* * *
Kevin Coleman is an Associate Professor of History at the University of Toronto. He is the author of
A Camera in the Garden of Eden, a study of the spectacle and practice of citizenship in the banana plantations of Honduras, and co-editor of Capitalism and the Camera, a collection that draws leading theorists of photography together in disagreement over the status of the photograph in our era.

Alexander Fattal is an Associate Professor of Communication at the University of California San Diego. He is the author of Guerrilla Marketing: Counterinsurgency and Capitalism in Colombia and Shooting Cameras for Peace/Disparando Cámaras para la Paz and the director of Limbo and Trees Tropiques.


This event occurred on January 25 in UCSD Communication Department. 

Caroline Collins The Washington Post OpEd - Black Americans have deep ties to the Pacific– but they've been erased

Caroline Collins is a University of California president’s postdoctoral fellow in the department of history at UC Irvine and an affiliated researcher at UC San Diego. Her upcoming public history project on the Black Pacific is supported by California Humanities and the National Endowment for the Humanities.

Read the full OpEd here

Caroline Collins' Interview with PBS Cinema Junkie: "Black People And A Sense Of Place"

 Post-doc Fellow Caroline Collins was recently interviewed about films that look to Black people and a sense of place. Hear the full interview here.

"We discuss films such as "Daughters of the Dust," "Eve’s Bayou," "Get Out," "Sorry To Bother You," "Last Black Man in San Francisco," and "Black Panther," and look to how each of those films defines a connection to the land or a place. She says, "There's just so much that we learn about ourselves and each other through the medium of film and through popular culture. [I hope you] watch films that you might not feel are something you would normally watch and really think about 'How are these films helping to shape your understanding of your rootedness or disconnectivity to a place?' And how might you be able to rethink your own relationship to your place through the films that you're watching?"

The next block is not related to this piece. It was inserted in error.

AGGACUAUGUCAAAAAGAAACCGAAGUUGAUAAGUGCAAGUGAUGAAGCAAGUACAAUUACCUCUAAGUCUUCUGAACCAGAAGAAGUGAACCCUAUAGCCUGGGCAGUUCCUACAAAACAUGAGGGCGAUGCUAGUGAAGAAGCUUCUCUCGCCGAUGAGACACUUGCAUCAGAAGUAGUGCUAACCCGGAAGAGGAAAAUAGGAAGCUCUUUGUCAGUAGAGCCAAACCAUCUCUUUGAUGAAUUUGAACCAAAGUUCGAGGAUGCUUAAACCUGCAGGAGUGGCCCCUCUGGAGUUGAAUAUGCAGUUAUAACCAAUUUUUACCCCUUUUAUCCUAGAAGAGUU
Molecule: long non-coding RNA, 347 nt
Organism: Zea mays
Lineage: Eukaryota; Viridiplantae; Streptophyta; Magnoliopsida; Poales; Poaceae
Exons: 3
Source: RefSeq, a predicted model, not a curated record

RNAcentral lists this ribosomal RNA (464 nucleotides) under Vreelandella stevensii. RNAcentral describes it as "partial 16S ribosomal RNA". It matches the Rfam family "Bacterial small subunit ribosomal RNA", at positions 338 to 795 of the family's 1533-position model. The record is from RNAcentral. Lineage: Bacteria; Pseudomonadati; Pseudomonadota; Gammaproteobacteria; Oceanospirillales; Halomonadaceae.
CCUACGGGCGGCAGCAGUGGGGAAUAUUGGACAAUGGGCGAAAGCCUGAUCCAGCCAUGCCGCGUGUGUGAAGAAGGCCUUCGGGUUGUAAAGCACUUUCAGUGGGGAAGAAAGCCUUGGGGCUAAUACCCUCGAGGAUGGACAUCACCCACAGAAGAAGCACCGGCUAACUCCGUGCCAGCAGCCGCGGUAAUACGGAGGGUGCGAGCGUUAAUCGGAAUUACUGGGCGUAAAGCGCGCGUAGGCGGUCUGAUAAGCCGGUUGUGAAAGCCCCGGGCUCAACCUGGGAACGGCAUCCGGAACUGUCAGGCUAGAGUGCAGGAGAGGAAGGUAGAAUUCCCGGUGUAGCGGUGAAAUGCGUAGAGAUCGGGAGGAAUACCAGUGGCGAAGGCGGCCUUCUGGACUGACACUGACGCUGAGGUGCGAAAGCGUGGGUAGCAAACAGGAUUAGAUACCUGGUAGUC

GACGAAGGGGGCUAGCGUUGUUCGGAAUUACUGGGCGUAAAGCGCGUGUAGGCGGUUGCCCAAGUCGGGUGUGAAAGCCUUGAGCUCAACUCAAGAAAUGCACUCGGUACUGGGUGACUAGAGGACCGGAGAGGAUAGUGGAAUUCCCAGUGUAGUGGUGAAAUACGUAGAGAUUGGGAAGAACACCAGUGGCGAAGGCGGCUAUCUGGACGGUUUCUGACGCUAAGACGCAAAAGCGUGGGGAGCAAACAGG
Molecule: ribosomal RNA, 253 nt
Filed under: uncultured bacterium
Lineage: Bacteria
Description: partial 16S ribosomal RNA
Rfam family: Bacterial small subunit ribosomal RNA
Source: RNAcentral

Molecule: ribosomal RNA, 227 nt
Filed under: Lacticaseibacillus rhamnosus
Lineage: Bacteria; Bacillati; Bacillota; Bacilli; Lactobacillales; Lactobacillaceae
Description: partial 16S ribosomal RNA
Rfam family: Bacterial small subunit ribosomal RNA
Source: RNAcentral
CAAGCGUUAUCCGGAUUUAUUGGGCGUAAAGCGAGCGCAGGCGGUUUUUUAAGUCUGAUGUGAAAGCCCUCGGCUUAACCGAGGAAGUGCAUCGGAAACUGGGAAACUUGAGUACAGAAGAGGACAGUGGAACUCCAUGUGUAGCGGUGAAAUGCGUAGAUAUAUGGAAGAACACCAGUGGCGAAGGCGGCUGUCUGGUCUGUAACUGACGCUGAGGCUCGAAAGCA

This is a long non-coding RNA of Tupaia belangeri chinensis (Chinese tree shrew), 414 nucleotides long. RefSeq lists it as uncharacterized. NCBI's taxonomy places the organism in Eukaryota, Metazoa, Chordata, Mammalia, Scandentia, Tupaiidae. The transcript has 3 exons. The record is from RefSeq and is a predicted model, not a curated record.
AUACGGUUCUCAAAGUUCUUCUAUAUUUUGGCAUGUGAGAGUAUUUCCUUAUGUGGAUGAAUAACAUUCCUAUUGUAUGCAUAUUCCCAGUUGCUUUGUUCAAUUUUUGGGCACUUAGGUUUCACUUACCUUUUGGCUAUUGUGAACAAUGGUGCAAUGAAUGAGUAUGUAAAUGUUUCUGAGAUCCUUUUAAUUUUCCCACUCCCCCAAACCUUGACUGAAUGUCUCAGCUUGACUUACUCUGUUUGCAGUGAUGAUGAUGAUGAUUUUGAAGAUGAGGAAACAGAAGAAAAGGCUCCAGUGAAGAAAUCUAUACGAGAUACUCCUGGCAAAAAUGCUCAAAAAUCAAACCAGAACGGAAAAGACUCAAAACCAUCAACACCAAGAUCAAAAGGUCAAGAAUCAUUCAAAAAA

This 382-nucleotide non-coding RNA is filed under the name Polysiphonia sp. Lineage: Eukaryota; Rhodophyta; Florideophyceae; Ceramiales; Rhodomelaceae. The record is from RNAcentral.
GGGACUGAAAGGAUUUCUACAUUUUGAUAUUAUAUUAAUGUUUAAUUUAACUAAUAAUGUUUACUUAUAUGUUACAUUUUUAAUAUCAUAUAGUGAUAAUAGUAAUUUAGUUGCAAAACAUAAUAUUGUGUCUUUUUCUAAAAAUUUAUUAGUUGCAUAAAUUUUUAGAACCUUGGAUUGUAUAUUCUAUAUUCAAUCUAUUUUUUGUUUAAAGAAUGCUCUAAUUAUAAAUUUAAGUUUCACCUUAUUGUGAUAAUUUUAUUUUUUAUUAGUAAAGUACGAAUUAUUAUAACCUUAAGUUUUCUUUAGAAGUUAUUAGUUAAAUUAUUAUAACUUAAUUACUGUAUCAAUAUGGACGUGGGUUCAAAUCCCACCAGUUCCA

"Discussing Tourism Traps with Matilde Córdoba Azcárate" in Anthropology News

"Discussing Tourism Traps with Matilde Córdoba Azcárate"

Matilde Córdoba Azcárate speaks with Joseph Feldman about Stuck with Tourism: Space, Power, and Labor in Contemporary Yucatán, winner of the 2020 Society for Latin American and Caribbean Anthropology (SLACA) Book Prize.

Read the full article here:

Patrick Anderson's Work with the Breathable Streets Project Featured in The Voice of San Diego

As Interim Commissioner of the Commission on Police Practices, Professor Patrick Anderson, was featured in the Voice of San Diego for his intervention in a recent delay in an ordinance that outlined how changes to the previous commission would be implemented.

"Measure B, approved by nearly 75 percent of city voters, promised to replace the old Community Review Board on Police Practices with a new Commission on Police Practices that, unlike its predecessor, would have subpoena power to investigate complaints of police misconduct, officer-involved shootings and in-custody deaths, among other reforms."

To read the entire article visit this link: